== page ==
Telling Our Selves: Ethnicity and Discourse in Southwestern Alaska

Paperback | May 1, 1991

byChase Hensel

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In this book, Chase Hensel examines how Yup'ik Eskimos and non-natives construct and maintain gender and ethnic identities through strategic talk about hunting, fishing, and processing. Although ethnicity is overtly constructed in terms of either/or categories, the discourse of Bethelresidents suggests that their actual concern is less with whether one is native or non-native, than with how native one is in a given context. In the interweaving of subsistence practices and subsistence discourse, ethnicity is constantly recreated.

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From Our Editors

In this book, Chase Hensel examines how Yup'ik Eskimos and non-natives construct and maintain gender and ethnic identities through strategic talk about hunting, fishing, and processing.

From the Publisher

In this book, Chase Hensel examines how Yup'ik Eskimos and non-natives construct and maintain gender and ethnic identities through strategic talk about hunting, fishing, and processing. Although ethnicity is overtly constructed in terms of either/or categories, the discourse of Bethelresidents suggests that their actual concern is less...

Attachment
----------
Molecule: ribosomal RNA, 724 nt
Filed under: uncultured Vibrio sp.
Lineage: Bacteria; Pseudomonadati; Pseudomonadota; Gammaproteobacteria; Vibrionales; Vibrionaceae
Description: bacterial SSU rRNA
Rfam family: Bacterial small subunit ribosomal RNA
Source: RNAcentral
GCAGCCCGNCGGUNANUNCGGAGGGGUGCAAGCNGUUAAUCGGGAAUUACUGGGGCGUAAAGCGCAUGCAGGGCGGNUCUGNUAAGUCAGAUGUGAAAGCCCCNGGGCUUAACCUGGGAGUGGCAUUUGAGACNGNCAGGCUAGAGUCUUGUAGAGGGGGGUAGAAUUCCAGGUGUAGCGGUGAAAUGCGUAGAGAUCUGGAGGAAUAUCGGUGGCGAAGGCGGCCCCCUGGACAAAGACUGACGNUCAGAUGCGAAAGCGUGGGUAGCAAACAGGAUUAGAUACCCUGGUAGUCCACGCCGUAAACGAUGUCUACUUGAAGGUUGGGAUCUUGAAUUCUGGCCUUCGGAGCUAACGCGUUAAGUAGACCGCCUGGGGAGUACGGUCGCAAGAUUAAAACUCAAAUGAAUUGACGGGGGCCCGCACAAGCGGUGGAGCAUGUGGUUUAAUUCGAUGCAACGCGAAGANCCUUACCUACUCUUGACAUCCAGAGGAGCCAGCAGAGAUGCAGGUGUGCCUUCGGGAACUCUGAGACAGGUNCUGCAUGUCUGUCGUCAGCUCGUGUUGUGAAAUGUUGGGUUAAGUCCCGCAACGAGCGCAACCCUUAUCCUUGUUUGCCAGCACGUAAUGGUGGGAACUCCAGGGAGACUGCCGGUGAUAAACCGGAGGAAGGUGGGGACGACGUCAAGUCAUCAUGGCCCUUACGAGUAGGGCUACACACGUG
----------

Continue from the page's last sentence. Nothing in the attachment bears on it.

Chase Hensel is at Cambridge University.
Format:PaperbackDimensions:232 pages, 9.25 × 6.18 × 0.63 inPublished:May 1, 1991Publisher:Oxford University Press

The following ISBNs are associated with this title:

ISBN - 10:0195094778

ISBN - 13:9780195094770

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From Our Editors

In this book, Chase Hensel examines how Yup'ik Eskimos and non-natives construct and maintain gender and ethnic identities through strategic talk about hunting, fishing, and processing.

Editorial Reviews

"...an important contribution to our understanding of ethnicity...I recommend this book to anyone interested in ethnicity, the peoples of Alaska, hunter-gatherer subsistence patterns, cultural ecology, the relationship between native peoples and non-natives, sociolinguistics, and ethnographyin general."--Notes on Anthropology